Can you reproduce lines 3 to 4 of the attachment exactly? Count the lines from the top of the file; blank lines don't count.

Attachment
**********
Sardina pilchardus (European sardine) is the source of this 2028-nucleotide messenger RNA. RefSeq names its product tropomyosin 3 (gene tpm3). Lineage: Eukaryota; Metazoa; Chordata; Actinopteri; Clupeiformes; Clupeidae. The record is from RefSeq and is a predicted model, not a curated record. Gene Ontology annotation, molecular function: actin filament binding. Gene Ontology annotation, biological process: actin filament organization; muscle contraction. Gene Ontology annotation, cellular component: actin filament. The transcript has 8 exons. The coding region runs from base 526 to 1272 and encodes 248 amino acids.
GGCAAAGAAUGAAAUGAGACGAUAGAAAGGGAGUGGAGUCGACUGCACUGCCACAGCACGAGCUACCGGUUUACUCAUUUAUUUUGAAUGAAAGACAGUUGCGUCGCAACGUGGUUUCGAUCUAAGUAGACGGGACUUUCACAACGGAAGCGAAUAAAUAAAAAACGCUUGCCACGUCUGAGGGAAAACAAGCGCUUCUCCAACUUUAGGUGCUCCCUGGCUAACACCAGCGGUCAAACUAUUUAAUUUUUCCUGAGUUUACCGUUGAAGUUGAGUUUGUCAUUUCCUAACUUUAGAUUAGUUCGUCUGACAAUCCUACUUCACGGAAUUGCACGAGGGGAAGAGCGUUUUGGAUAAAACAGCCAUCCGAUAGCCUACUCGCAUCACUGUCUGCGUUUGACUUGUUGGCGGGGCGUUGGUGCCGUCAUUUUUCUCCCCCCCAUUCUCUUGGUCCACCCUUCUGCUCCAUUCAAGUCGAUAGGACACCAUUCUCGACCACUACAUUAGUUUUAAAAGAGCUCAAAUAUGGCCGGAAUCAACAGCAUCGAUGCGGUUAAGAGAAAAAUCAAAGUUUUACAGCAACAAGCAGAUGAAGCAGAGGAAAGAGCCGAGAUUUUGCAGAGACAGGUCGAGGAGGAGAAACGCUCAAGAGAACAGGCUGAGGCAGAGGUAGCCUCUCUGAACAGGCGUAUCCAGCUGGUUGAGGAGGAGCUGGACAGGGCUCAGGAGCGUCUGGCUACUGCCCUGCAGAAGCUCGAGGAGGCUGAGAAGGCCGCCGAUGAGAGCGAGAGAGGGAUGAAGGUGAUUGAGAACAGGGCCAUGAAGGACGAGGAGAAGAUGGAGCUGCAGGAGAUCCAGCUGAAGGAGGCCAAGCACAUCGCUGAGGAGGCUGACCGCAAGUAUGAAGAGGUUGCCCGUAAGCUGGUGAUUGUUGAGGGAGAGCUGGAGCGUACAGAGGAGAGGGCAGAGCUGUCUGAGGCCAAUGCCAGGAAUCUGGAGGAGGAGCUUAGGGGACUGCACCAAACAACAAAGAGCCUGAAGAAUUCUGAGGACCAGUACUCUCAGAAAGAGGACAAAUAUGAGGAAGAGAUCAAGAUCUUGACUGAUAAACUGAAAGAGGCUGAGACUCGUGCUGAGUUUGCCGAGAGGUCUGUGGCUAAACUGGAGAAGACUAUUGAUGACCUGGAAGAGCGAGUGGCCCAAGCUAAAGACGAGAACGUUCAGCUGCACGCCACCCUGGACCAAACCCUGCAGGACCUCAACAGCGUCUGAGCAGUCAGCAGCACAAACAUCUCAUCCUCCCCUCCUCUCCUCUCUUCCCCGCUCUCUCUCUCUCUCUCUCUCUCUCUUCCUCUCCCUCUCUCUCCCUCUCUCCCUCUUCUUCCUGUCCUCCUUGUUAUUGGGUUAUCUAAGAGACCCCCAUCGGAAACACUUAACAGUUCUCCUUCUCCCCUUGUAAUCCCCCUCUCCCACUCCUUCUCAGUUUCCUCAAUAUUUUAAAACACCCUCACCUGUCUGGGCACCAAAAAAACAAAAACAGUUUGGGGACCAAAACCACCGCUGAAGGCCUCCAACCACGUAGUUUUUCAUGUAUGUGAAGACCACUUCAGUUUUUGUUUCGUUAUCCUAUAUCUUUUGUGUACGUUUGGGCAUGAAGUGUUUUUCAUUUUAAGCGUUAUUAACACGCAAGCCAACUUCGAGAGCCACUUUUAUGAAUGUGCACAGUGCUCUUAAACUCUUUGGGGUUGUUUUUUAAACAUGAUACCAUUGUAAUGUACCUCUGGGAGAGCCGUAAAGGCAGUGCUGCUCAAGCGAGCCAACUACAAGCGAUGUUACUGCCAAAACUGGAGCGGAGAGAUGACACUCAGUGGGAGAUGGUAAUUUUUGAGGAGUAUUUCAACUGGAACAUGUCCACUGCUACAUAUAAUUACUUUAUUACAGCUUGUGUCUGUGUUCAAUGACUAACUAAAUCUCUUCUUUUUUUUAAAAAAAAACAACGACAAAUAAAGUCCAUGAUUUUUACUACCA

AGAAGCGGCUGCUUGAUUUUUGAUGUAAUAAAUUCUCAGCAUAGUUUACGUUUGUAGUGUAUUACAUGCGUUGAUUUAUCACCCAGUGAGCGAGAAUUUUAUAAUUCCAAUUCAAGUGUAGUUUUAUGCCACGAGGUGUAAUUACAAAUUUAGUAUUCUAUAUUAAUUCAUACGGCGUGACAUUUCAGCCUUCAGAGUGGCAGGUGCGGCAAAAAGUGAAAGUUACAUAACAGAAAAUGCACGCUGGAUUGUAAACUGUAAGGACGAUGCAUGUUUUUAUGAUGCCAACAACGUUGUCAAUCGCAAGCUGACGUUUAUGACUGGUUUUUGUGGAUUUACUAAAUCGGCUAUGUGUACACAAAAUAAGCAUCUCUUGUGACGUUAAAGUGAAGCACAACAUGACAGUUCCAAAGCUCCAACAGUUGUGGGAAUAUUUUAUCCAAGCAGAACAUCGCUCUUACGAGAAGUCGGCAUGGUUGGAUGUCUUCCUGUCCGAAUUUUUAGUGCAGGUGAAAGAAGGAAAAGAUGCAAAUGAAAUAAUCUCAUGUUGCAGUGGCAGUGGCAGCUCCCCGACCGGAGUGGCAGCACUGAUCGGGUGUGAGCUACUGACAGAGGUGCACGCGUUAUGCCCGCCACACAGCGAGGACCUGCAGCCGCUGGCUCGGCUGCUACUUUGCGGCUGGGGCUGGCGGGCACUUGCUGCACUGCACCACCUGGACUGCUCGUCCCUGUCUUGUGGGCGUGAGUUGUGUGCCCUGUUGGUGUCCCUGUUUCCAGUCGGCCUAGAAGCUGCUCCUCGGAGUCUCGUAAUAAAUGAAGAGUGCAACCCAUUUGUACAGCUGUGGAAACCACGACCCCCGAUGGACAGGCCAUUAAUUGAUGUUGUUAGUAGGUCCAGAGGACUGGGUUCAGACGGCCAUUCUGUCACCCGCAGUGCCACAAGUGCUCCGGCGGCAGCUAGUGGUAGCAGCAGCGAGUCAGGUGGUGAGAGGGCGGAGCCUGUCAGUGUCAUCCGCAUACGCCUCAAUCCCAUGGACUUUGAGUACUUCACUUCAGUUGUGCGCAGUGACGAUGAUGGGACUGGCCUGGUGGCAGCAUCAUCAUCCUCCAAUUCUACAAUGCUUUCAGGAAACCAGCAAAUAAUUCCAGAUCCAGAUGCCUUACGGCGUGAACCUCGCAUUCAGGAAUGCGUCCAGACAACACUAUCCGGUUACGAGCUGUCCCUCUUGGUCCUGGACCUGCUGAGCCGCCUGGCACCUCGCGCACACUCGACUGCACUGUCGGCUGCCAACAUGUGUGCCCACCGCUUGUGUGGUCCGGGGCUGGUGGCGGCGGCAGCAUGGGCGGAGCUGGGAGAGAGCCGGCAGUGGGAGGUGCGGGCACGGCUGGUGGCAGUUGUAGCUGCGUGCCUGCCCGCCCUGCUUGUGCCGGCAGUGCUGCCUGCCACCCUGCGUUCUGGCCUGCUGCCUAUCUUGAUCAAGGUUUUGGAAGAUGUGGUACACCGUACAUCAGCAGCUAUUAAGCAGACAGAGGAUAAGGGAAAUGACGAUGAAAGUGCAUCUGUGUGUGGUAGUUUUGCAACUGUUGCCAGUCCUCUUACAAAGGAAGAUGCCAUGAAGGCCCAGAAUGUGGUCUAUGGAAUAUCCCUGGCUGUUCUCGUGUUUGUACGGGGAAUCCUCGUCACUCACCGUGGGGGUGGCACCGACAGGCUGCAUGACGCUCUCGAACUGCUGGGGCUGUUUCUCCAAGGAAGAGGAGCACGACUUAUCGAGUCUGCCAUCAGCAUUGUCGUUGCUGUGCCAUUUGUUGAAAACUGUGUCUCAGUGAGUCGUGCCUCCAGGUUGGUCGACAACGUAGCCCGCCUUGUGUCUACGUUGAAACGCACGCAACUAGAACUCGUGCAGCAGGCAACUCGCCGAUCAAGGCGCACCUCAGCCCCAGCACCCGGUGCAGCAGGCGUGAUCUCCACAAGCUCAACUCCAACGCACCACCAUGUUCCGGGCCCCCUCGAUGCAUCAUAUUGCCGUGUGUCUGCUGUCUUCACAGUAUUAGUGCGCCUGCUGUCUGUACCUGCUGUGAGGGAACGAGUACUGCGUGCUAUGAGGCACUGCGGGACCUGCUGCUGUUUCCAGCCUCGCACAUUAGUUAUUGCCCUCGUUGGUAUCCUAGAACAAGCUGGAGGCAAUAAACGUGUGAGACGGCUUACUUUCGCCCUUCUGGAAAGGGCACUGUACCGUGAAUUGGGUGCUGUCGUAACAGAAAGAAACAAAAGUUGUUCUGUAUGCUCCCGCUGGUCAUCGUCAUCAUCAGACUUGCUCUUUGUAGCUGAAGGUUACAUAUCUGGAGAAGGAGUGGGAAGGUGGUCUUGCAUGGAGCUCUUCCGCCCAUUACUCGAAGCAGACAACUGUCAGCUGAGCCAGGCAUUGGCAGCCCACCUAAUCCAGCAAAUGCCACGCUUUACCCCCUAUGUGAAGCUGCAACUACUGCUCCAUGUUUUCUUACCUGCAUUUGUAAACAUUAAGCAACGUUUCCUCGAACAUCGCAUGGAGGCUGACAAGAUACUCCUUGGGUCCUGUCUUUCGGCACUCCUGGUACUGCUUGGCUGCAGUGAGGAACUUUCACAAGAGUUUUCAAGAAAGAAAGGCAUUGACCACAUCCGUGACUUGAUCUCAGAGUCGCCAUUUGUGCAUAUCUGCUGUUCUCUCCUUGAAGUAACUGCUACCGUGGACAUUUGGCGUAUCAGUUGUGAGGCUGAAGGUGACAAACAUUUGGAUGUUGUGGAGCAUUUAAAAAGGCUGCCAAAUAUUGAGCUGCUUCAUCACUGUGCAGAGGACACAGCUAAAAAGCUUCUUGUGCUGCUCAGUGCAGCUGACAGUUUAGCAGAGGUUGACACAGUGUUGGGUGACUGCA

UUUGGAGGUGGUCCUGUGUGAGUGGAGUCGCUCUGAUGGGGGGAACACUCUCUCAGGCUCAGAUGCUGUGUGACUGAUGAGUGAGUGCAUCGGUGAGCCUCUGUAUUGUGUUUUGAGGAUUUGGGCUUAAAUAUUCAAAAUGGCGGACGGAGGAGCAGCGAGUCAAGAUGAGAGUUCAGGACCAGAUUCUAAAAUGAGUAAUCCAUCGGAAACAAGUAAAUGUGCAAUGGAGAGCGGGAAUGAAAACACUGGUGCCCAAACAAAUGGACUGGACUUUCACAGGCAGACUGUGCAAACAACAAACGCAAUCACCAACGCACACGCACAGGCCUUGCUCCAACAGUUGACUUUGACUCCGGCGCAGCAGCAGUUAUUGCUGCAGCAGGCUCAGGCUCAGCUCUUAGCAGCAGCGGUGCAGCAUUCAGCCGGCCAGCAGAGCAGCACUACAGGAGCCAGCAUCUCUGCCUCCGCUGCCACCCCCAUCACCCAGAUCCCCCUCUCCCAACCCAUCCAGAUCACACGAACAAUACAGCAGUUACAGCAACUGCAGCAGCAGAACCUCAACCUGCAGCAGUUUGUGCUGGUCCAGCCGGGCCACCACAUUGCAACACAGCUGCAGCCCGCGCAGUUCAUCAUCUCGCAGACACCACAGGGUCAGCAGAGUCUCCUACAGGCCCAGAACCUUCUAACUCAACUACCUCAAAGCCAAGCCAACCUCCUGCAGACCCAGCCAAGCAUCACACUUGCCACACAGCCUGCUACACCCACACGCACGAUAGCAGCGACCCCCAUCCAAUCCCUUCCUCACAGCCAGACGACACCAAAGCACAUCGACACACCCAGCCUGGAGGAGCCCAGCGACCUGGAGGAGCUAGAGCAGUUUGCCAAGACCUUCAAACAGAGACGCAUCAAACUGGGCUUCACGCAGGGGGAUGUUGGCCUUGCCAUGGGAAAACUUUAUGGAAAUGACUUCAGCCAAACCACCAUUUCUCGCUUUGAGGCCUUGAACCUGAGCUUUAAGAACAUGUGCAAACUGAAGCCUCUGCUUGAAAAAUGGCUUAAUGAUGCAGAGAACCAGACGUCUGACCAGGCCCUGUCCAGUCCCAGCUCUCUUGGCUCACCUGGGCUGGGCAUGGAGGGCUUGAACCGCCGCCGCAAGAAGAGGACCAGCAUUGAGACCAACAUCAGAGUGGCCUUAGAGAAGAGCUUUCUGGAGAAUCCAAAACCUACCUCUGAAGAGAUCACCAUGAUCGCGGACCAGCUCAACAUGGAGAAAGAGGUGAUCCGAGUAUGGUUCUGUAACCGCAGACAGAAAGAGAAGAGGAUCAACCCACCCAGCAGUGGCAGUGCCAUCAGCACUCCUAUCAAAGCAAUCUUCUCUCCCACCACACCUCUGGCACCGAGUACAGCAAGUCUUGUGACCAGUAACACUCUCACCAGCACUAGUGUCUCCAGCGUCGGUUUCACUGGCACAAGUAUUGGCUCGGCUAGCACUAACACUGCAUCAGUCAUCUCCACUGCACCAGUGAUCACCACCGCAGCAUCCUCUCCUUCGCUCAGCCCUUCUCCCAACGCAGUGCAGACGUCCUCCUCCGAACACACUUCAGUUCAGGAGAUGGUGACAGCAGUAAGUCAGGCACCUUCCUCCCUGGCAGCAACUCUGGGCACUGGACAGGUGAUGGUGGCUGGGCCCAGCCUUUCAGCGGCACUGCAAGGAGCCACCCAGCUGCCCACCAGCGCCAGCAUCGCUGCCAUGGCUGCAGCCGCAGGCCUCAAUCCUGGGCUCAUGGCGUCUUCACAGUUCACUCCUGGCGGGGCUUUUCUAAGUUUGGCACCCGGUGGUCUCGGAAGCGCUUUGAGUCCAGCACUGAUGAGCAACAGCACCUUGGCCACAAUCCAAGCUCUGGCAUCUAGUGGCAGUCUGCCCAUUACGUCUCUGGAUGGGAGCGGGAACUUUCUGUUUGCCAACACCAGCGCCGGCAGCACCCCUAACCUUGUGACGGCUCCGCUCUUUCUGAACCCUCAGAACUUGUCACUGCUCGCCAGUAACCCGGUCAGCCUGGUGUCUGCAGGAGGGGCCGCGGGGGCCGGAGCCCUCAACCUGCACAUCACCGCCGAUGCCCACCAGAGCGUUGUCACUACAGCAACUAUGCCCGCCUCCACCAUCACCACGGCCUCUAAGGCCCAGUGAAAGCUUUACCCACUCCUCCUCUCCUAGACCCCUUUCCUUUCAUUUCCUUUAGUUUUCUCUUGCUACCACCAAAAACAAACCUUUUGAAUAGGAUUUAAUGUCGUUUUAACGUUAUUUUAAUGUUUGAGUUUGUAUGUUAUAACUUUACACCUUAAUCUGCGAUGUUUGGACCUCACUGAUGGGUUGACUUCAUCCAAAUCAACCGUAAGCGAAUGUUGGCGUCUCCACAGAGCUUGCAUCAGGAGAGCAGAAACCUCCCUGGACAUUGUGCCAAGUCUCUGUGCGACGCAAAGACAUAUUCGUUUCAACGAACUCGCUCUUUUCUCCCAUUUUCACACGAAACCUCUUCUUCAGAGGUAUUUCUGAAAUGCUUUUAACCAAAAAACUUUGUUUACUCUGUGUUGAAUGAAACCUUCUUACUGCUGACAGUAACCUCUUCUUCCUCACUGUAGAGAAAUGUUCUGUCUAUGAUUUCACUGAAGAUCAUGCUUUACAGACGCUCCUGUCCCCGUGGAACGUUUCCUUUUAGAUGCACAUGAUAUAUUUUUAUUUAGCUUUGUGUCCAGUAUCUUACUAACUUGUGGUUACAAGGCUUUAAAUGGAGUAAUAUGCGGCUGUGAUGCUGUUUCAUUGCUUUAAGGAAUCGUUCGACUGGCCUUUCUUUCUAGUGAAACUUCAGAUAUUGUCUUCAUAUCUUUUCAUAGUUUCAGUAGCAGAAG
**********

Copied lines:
AGAAGCGGCUGCUUGAUUUUUGAUGUAAUAAAUUCUCAGCAUAGUUUACGUUUGUAGUGUAUUACAUGCGUUGAUUUAUCACCCAGUGAGCGAGAAUUUUAUAAUUCCAAUUCAAGUGUAGUUUUAUGCCACGAGGUGUAAUUACAAAUUUAGUAUUCUAUAUUAAUUCAUACGGCGUGACAUUUCAGCCUUCAGAGUGGCAGGUGCGGCAAAAAGUGAAAGUUACAUAACAGAAAAUGCACGCUGGAUUGUAAACUGUAAGGACGAUGCAUGUUUUUAUGAUGCCAACAACGUUGUCAAUCGCAAGCUGACGUUUAUGACUGGUUUUUGUGGAUUUACUAAAUCGGCUAUGUGUACACAAAAUAAGCAUCUCUUGUGACGUUAAAGUGAAGCACAACAUGACAGUUCCAAAGCUCCAACAGUUGUGGGAAUAUUUUAUCCAAGCAGAACAUCGCUCUUACGAGAAGUCGGCAUGGUUGGAUGUCUUCCUGUCCGAAUUUUUAGUGCAGGUGAAAGAAGGAAAAGAUGCAAAUGAAAUAAUCUCAUGUUGCAGUGGCAGUGGCAGCUCCCCGACCGGAGUGGCAGCACUGAUCGGGUGUGAGCUACUGACAGAGGUGCACGCGUUAUGCCCGCCACACAGCGAGGACCUGCAGCCGCUGGCUCGGCUGCUACUUUGCGGCUGGGGCUGGCGGGCACUUGCUGCACUGCACCACCUGGACUGCUCGUCCCUGUCUUGUGGGCGUGAGUUGUGUGCCCUGUUGGUGUCCCUGUUUCCAGUCGGCCUAGAAGCUGCUCCUCGGAGUCUCGUAAUAAAUGAAGAGUGCAACCCAUUUGUACAGCUGUGGAAACCACGACCCCCGAUGGACAGGCCAUUAAUUGAUGUUGUUAGUAGGUCCAGAGGACUGGGUUCAGACGGCCAUUCUGUCACCCGCAGUGCCACAAGUGCUCCGGCGGCAGCUAGUGGUAGCAGCAGCGAGUCAGGUGGUGAGAGGGCGGAGCCUGUCAGUGUCAUCCGCAUACGCCUCAAUCCCAUGGACUUUGAGUACUUCACUUCAGUUGUGCGCAGUGACGAUGAUGGGACUGGCCUGGUGGCAGCAUCAUCAUCCUCCAAUUCUACAAUGCUUUCAGGAAACCAGCAAAUAAUUCCAGAUCCAGAUGCCUUACGGCGUGAACCUCGCAUUCAGGAAUGCGUCCAGACAACACUAUCCGGUUACGAGCUGUCCCUCUUGGUCCUGGACCUGCUGAGCCGCCUGGCACCUCGCGCACACUCGACUGCACUGUCGGCUGCCAACAUGUGUGCCCACCGCUUGUGUGGUCCGGGGCUGGUGGCGGCGGCAGCAUGGGCGGAGCUGGGAGAGAGCCGGCAGUGGGAGGUGCGGGCACGGCUGGUGGCAGUUGUAGCUGCGUGCCUGCCCGCCCUGCUUGUGCCGGCAGUGCUGCCUGCCACCCUGCGUUCUGGCCUGCUGCCUAUCUUGAUCAAGGUUUUGGAAGAUGUGGUACACCGUACAUCAGCAGCUAUUAAGCAGACAGAGGAUAAGGGAAAUGACGAUGAAAGUGCAUCUGUGUGUGGUAGUUUUGCAACUGUUGCCAGUCCUCUUACAAAGGAAGAUGCCAUGAAGGCCCAGAAUGUGGUCUAUGGAAUAUCCCUGGCUGUUCUCGUGUUUGUACGGGGAAUCCUCGUCACUCACCGUGGGGGUGGCACCGACAGGCUGCAUGACGCUCUCGAACUGCUGGGGCUGUUUCUCCAAGGAAGAGGAGCACGACUUAUCGAGUCUGCCAUCAGCAUUGUCGUUGCUGUGCCAUUUGUUGAAAACUGUGUCUCAGUGAGUCGUGCCUCCAGGUUGGUCGACAACGUAGCCCGCCUUGUGUCUACGUUGAAACGCACGCAACUAGAACUCGUGCAGCAGGCAACUCGCCGAUCAAGGCGCACCUCAGCCCCAGCACCCGGUGCAGCAGGCGUGAUCUCCACAAGCUCAACUCCAACGCACCACCAUGUUCCGGGCCCCCUCGAUGCAUCAUAUUGCCGUGUGUCUGCUGUCUUCACAGUAUUAGUGCGCCUGCUGUCUGUACCUGCUGUGAGGGAACGAGUACUGCGUGCUAUGAGGCACUGCGGGACCUGCUGCUGUUUCCAGCCUCGCACAUUAGUUAUUGCCCUCGUUGGUAUCCUAGAACAAGCUGGAGGCAAUAAACGUGUGAGACGGCUUACUUUCGCCCUUCUGGAAAGGGCACUGUACCGUGAAUUGGGUGCUGUCGUAACAGAAAGAAACAAAAGUUGUUCUGUAUGCUCCCGCUGGUCAUCGUCAUCAUCAGACUUGCUCUUUGUAGCUGAAGGUUACAUAUCUGGAGAAGGAGUGGGAAGGUGGUCUUGCAUGGAGCUCUUCCGCCCAUUACUCGAAGCAGACAACUGUCAGCUGAGCCAGGCAUUGGCAGCCCACCUAAUCCAGCAAAUGCCACGCUUUACCCCCUAUGUGAAGCUGCAACUACUGCUCCAUGUUUUCUUACCUGCAUUUGUAAACAUUAAGCAACGUUUCCUCGAACAUCGCAUGGAGGCUGACAAGAUACUCCUUGGGUCCUGUCUUUCGGCACUCCUGGUACUGCUUGGCUGCAGUGAGGAACUUUCACAAGAGUUUUCAAGAAAGAAAGGCAUUGACCACAUCCGUGACUUGAUCUCAGAGUCGCCAUUUGUGCAUAUCUGCUGUUCUCUCCUUGAAGUAACUGCUACCGUGGACAUUUGGCGUAUCAGUUGUGAGGCUGAAGGUGACAAACAUUUGGAUGUUGUGGAGCAUUUAAAAAGGCUGCCAAAUAUUGAGCUGCUUCAUCACUGUGCAGAGGACACAGCUAAAAAGCUUCUUGUGCUGCUCAGUGCAGCUGACAGUUUAGCAGAGGUUGACACAGUGUUGGGUGACUGCA

UUUGGAGGUGGUCCUGUGUGAGUGGAGUCGCUCUGAUGGGGGGAACACUCUCUCAGGCUCAGAUGCUGUGUGACUGAUGAGUGAGUGCAUCGGUGAGCCUCUGUAUUGUGUUUUGAGGAUUUGGGCUUAAAUAUUCAAAAUGGCGGACGGAGGAGCAGCGAGUCAAGAUGAGAGUUCAGGACCAGAUUCUAAAAUGAGUAAUCCAUCGGAAACAAGUAAAUGUGCAAUGGAGAGCGGGAAUGAAAACACUGGUGCCCAAACAAAUGGACUGGACUUUCACAGGCAGACUGUGCAAACAACAAACGCAAUCACCAACGCACACGCACAGGCCUUGCUCCAACAGUUGACUUUGACUCCGGCGCAGCAGCAGUUAUUGCUGCAGCAGGCUCAGGCUCAGCUCUUAGCAGCAGCGGUGCAGCAUUCAGCCGGCCAGCAGAGCAGCACUACAGGAGCCAGCAUCUCUGCCUCCGCUGCCACCCCCAUCACCCAGAUCCCCCUCUCCCAACCCAUCCAGAUCACACGAACAAUACAGCAGUUACAGCAACUGCAGCAGCAGAACCUCAACCUGCAGCAGUUUGUGCUGGUCCAGCCGGGCCACCACAUUGCAACACAGCUGCAGCCCGCGCAGUUCAUCAUCUCGCAGACACCACAGGGUCAGCAGAGUCUCCUACAGGCCCAGAACCUUCUAACUCAACUACCUCAAAGCCAAGCCAACCUCCUGCAGACCCAGCCAAGCAUCACACUUGCCACACAGCCUGCUACACCCACACGCACGAUAGCAGCGACCCCCAUCCAAUCCCUUCCUCACAGCCAGACGACACCAAAGCACAUCGACACACCCAGCCUGGAGGAGCCCAGCGACCUGGAGGAGCUAGAGCAGUUUGCCAAGACCUUCAAACAGAGACGCAUCAAACUGGGCUUCACGCAGGGGGAUGUUGGCCUUGCCAUGGGAAAACUUUAUGGAAAUGACUUCAGCCAAACCACCAUUUCUCGCUUUGAGGCCUUGAACCUGAGCUUUAAGAACAUGUGCAAACUGAAGCCUCUGCUUGAAAAAUGGCUUAAUGAUGCAGAGAACCAGACGUCUGACCAGGCCCUGUCCAGUCCCAGCUCUCUUGGCUCACCUGGGCUGGGCAUGGAGGGCUUGAACCGCCGCCGCAAGAAGAGGACCAGCAUUGAGACCAACAUCAGAGUGGCCUUAGAGAAGAGCUUUCUGGAGAAUCCAAAACCUACCUCUGAAGAGAUCACCAUGAUCGCGGACCAGCUCAACAUGGAGAAAGAGGUGAUCCGAGUAUGGUUCUGUAACCGCAGACAGAAAGAGAAGAGGAUCAACCCACCCAGCAGUGGCAGUGCCAUCAGCACUCCUAUCAAAGCAAUCUUCUCUCCCACCACACCUCUGGCACCGAGUACAGCAAGUCUUGUGACCAGUAACACUCUCACCAGCACUAGUGUCUCCAGCGUCGGUUUCACUGGCACAAGUAUUGGCUCGGCUAGCACUAACACUGCAUCAGUCAUCUCCACUGCACCAGUGAUCACCACCGCAGCAUCCUCUCCUUCGCUCAGCCCUUCUCCCAACGCAGUGCAGACGUCCUCCUCCGAACACACUUCAGUUCAGGAGAUGGUGACAGCAGUAAGUCAGGCACCUUCCUCCCUGGCAGCAACUCUGGGCACUGGACAGGUGAUGGUGGCUGGGCCCAGCCUUUCAGCGGCACUGCAAGGAGCCACCCAGCUGCCCACCAGCGCCAGCAUCGCUGCCAUGGCUGCAGCCGCAGGCCUCAAUCCUGGGCUCAUGGCGUCUUCACAGUUCACUCCUGGCGGGGCUUUUCUAAGUUUGGCACCCGGUGGUCUCGGAAGCGCUUUGAGUCCAGCACUGAUGAGCAACAGCACCUUGGCCACAAUCCAAGCUCUGGCAUCUAGUGGCAGUCUGCCCAUUACGUCUCUGGAUGGGAGCGGGAACUUUCUGUUUGCCAACACCAGCGCCGGCAGCACCCCUAACCUUGUGACGGCUCCGCUCUUUCUGAACCCUCAGAACUUGUCACUGCUCGCCAGUAACCCGGUCAGCCUGGUGUCUGCAGGAGGGGCCGCGGGGGCCGGAGCCCUCAACCUGCACAUCACCGCCGAUGCCCACCAGAGCGUUGUCACUACAGCAACUAUGCCCGCCUCCACCAUCACCACGGCCUCUAAGGCCCAGUGAAAGCUUUACCCACUCCUCCUCUCCUAGACCCCUUUCCUUUCAUUUCCUUUAGUUUUCUCUUGCUACCACCAAAAACAAACCUUUUGAAUAGGAUUUAAUGUCGUUUUAACGUUAUUUUAAUGUUUGAGUUUGUAUGUUAUAACUUUACACCUUAAUCUGCGAUGUUUGGACCUCACUGAUGGGUUGACUUCAUCCAAAUCAACCGUAAGCGAAUGUUGGCGUCUCCACAGAGCUUGCAUCAGGAGAGCAGAAACCUCCCUGGACAUUGUGCCAAGUCUCUGUGCGACGCAAAGACAUAUUCGUUUCAACGAACUCGCUCUUUUCUCCCAUUUUCACACGAAACCUCUUCUUCAGAGGUAUUUCUGAAAUGCUUUUAACCAAAAAACUUUGUUUACUCUGUGUUGAAUGAAACCUUCUUACUGCUGACAGUAACCUCUUCUUCCUCACUGUAGAGAAAUGUUCUGUCUAUGAUUUCACUGAAGAUCAUGCUUUACAGACGCUCCUGUCCCCGUGGAACGUUUCCUUUUAGAUGCACAUGAUAUAUUUUUAUUUAGCUUUGUGUCCAGUAUCUUACUAACUUGUGGUUACAAGGCUUUAAAUGGAGUAAUAUGCGGCUGUGAUGCUGUUUCAUUGCUUUAAGGAAUCGUUCGACUGGCCUUUCUUUCUAGUGAAACUUCAGAUAUUGUCUUCAUAUCUUUUCAUAGUUUCAGUAGCAGAAG